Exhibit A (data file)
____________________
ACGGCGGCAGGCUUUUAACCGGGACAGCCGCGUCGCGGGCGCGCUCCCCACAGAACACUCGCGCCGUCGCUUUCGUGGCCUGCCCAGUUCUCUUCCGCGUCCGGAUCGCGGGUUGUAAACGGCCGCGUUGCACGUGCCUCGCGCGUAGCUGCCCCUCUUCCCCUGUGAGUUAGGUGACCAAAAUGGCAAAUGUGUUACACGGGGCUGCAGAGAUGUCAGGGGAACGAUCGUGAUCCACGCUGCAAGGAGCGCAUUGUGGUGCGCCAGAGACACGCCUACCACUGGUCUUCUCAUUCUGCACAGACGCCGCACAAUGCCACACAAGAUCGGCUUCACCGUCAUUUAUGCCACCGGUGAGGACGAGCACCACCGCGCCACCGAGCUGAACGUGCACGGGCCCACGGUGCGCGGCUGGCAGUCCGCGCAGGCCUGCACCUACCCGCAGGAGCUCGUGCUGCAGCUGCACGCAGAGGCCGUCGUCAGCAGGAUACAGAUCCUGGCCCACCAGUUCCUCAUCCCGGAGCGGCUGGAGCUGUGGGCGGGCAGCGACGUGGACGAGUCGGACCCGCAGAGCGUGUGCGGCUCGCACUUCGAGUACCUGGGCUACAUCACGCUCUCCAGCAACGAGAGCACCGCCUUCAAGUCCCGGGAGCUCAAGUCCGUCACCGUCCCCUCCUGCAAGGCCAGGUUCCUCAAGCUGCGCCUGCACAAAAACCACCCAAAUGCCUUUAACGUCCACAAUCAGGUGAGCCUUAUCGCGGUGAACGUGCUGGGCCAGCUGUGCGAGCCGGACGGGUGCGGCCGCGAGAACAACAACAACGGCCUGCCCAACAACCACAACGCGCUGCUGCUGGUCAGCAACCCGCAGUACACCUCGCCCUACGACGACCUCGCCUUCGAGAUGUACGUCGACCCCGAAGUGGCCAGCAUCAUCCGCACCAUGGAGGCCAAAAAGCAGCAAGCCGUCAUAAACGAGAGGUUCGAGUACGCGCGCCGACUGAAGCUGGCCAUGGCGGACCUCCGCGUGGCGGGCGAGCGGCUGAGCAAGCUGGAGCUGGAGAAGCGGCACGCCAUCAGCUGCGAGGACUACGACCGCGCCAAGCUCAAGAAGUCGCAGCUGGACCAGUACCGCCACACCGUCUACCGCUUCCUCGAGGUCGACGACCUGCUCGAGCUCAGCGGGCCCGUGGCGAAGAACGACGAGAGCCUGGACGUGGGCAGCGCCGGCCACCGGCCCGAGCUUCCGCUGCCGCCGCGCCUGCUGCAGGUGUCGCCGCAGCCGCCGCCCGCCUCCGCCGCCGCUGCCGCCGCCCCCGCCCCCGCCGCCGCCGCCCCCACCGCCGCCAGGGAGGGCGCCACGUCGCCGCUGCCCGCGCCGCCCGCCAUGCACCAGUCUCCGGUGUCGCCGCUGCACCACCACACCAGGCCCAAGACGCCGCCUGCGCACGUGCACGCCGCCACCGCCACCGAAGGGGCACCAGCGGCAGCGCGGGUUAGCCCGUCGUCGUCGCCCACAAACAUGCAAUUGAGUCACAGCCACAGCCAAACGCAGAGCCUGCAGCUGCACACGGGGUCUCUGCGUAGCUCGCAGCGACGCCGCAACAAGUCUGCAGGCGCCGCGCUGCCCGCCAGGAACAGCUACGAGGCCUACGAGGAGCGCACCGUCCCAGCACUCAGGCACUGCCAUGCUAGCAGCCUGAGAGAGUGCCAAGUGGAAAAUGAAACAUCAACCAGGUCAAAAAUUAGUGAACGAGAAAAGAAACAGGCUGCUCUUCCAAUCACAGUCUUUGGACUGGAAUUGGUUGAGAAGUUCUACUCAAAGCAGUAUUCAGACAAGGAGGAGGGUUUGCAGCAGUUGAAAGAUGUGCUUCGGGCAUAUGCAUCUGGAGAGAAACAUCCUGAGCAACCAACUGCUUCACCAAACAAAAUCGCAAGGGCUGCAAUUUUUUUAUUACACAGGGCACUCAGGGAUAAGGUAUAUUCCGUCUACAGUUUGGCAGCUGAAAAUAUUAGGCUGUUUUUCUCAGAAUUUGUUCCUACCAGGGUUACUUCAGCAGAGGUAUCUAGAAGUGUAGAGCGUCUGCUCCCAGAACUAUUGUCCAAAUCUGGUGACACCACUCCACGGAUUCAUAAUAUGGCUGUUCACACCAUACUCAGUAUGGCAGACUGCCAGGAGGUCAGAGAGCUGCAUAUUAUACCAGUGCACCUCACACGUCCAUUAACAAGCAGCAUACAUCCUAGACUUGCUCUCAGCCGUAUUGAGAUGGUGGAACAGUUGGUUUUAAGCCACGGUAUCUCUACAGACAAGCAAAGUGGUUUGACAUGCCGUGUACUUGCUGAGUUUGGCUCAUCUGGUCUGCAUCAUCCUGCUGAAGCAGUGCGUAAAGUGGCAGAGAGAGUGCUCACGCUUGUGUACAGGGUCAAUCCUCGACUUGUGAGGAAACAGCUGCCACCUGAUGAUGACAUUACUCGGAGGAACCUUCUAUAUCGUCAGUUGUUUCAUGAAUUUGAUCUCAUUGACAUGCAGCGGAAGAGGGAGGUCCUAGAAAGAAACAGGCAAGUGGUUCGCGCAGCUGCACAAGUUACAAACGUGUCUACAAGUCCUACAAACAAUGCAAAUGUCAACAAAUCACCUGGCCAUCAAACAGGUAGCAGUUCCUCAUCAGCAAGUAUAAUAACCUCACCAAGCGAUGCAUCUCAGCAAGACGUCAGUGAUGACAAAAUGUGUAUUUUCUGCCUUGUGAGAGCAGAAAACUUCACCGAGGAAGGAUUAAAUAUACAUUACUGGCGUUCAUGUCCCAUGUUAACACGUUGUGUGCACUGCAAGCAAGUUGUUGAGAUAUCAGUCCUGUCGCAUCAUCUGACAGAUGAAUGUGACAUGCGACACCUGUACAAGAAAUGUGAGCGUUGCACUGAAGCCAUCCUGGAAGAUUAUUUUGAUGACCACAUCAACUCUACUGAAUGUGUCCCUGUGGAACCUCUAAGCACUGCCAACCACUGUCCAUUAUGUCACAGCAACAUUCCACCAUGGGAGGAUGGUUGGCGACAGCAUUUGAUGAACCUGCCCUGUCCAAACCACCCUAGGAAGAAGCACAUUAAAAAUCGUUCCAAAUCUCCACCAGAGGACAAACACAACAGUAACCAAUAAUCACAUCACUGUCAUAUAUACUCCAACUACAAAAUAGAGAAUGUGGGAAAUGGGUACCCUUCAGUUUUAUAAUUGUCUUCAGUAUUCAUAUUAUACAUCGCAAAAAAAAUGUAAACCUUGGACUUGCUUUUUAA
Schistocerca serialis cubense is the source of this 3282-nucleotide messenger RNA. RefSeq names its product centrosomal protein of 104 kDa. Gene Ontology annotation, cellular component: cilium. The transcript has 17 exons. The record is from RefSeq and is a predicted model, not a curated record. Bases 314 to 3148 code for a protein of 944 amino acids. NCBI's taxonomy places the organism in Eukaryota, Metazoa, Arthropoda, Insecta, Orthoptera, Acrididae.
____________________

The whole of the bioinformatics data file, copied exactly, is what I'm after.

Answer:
ACGGCGGCAGGCUUUUAACCGGGACAGCCGCGUCGCGGGCGCGCUCCCCACAGAACACUCGCGCCGUCGCUUUCGUGGCCUGCCCAGUUCUCUUCCGCGUCCGGAUCGCGGGUUGUAAACGGCCGCGUUGCACGUGCCUCGCGCGUAGCUGCCCCUCUUCCCCUGUGAGUUAGGUGACCAAAAUGGCAAAUGUGUUACACGGGGCUGCAGAGAUGUCAGGGGAACGAUCGUGAUCCACGCUGCAAGGAGCGCAUUGUGGUGCGCCAGAGACACGCCUACCACUGGUCUUCUCAUUCUGCACAGACGCCGCACAAUGCCACACAAGAUCGGCUUCACCGUCAUUUAUGCCACCGGUGAGGACGAGCACCACCGCGCCACCGAGCUGAACGUGCACGGGCCCACGGUGCGCGGCUGGCAGUCCGCGCAGGCCUGCACCUACCCGCAGGAGCUCGUGCUGCAGCUGCACGCAGAGGCCGUCGUCAGCAGGAUACAGAUCCUGGCCCACCAGUUCCUCAUCCCGGAGCGGCUGGAGCUGUGGGCGGGCAGCGACGUGGACGAGUCGGACCCGCAGAGCGUGUGCGGCUCGCACUUCGAGUACCUGGGCUACAUCACGCUCUCCAGCAACGAGAGCACCGCCUUCAAGUCCCGGGAGCUCAAGUCCGUCACCGUCCCCUCCUGCAAGGCCAGGUUCCUCAAGCUGCGCCUGCACAAAAACCACCCAAAUGCCUUUAACGUCCACAAUCAGGUGAGCCUUAUCGCGGUGAACGUGCUGGGCCAGCUGUGCGAGCCGGACGGGUGCGGCCGCGAGAACAACAACAACGGCCUGCCCAACAACCACAACGCGCUGCUGCUGGUCAGCAACCCGCAGUACACCUCGCCCUACGACGACCUCGCCUUCGAGAUGUACGUCGACCCCGAAGUGGCCAGCAUCAUCCGCACCAUGGAGGCCAAAAAGCAGCAAGCCGUCAUAAACGAGAGGUUCGAGUACGCGCGCCGACUGAAGCUGGCCAUGGCGGACCUCCGCGUGGCGGGCGAGCGGCUGAGCAAGCUGGAGCUGGAGAAGCGGCACGCCAUCAGCUGCGAGGACUACGACCGCGCCAAGCUCAAGAAGUCGCAGCUGGACCAGUACCGCCACACCGUCUACCGCUUCCUCGAGGUCGACGACCUGCUCGAGCUCAGCGGGCCCGUGGCGAAGAACGACGAGAGCCUGGACGUGGGCAGCGCCGGCCACCGGCCCGAGCUUCCGCUGCCGCCGCGCCUGCUGCAGGUGUCGCCGCAGCCGCCGCCCGCCUCCGCCGCCGCUGCCGCCGCCCCCGCCCCCGCCGCCGCCGCCCCCACCGCCGCCAGGGAGGGCGCCACGUCGCCGCUGCCCGCGCCGCCCGCCAUGCACCAGUCUCCGGUGUCGCCGCUGCACCACCACACCAGGCCCAAGACGCCGCCUGCGCACGUGCACGCCGCCACCGCCACCGAAGGGGCACCAGCGGCAGCGCGGGUUAGCCCGUCGUCGUCGCCCACAAACAUGCAAUUGAGUCACAGCCACAGCCAAACGCAGAGCCUGCAGCUGCACACGGGGUCUCUGCGUAGCUCGCAGCGACGCCGCAACAAGUCUGCAGGCGCCGCGCUGCCCGCCAGGAACAGCUACGAGGCCUACGAGGAGCGCACCGUCCCAGCACUCAGGCACUGCCAUGCUAGCAGCCUGAGAGAGUGCCAAGUGGAAAAUGAAACAUCAACCAGGUCAAAAAUUAGUGAACGAGAAAAGAAACAGGCUGCUCUUCCAAUCACAGUCUUUGGACUGGAAUUGGUUGAGAAGUUCUACUCAAAGCAGUAUUCAGACAAGGAGGAGGGUUUGCAGCAGUUGAAAGAUGUGCUUCGGGCAUAUGCAUCUGGAGAGAAACAUCCUGAGCAACCAACUGCUUCACCAAACAAAAUCGCAAGGGCUGCAAUUUUUUUAUUACACAGGGCACUCAGGGAUAAGGUAUAUUCCGUCUACAGUUUGGCAGCUGAAAAUAUUAGGCUGUUUUUCUCAGAAUUUGUUCCUACCAGGGUUACUUCAGCAGAGGUAUCUAGAAGUGUAGAGCGUCUGCUCCCAGAACUAUUGUCCAAAUCUGGUGACACCACUCCACGGAUUCAUAAUAUGGCUGUUCACACCAUACUCAGUAUGGCAGACUGCCAGGAGGUCAGAGAGCUGCAUAUUAUACCAGUGCACCUCACACGUCCAUUAACAAGCAGCAUACAUCCUAGACUUGCUCUCAGCCGUAUUGAGAUGGUGGAACAGUUGGUUUUAAGCCACGGUAUCUCUACAGACAAGCAAAGUGGUUUGACAUGCCGUGUACUUGCUGAGUUUGGCUCAUCUGGUCUGCAUCAUCCUGCUGAAGCAGUGCGUAAAGUGGCAGAGAGAGUGCUCACGCUUGUGUACAGGGUCAAUCCUCGACUUGUGAGGAAACAGCUGCCACCUGAUGAUGACAUUACUCGGAGGAACCUUCUAUAUCGUCAGUUGUUUCAUGAAUUUGAUCUCAUUGACAUGCAGCGGAAGAGGGAGGUCCUAGAAAGAAACAGGCAAGUGGUUCGCGCAGCUGCACAAGUUACAAACGUGUCUACAAGUCCUACAAACAAUGCAAAUGUCAACAAAUCACCUGGCCAUCAAACAGGUAGCAGUUCCUCAUCAGCAAGUAUAAUAACCUCACCAAGCGAUGCAUCUCAGCAAGACGUCAGUGAUGACAAAAUGUGUAUUUUCUGCCUUGUGAGAGCAGAAAACUUCACCGAGGAAGGAUUAAAUAUACAUUACUGGCGUUCAUGUCCCAUGUUAACACGUUGUGUGCACUGCAAGCAAGUUGUUGAGAUAUCAGUCCUGUCGCAUCAUCUGACAGAUGAAUGUGACAUGCGACACCUGUACAAGAAAUGUGAGCGUUGCACUGAAGCCAUCCUGGAAGAUUAUUUUGAUGACCACAUCAACUCUACUGAAUGUGUCCCUGUGGAACCUCUAAGCACUGCCAACCACUGUCCAUUAUGUCACAGCAACAUUCCACCAUGGGAGGAUGGUUGGCGACAGCAUUUGAUGAACCUGCCCUGUCCAAACCACCCUAGGAAGAAGCACAUUAAAAAUCGUUCCAAAUCUCCACCAGAGGACAAACACAACAGUAACCAAUAAUCACAUCACUGUCAUAUAUACUCCAACUACAAAAUAGAGAAUGUGGGAAAUGGGUACCCUUCAGUUUUAUAAUUGUCUUCAGUAUUCAUAUUAUACAUCGCAAAAAAAAUGUAAACCUUGGACUUGCUUUUUAA
Schistocerca serialis cubense is the source of this 3282-nucleotide messenger RNA. RefSeq names its product centrosomal protein of 104 kDa. Gene Ontology annotation, cellular component: cilium. The transcript has 17 exons. The record is from RefSeq and is a predicted model, not a curated record. Bases 314 to 3148 code for a protein of 944 amino acids. NCBI's taxonomy places the organism in Eukaryota, Metazoa, Arthropoda, Insecta, Orthoptera, Acrididae.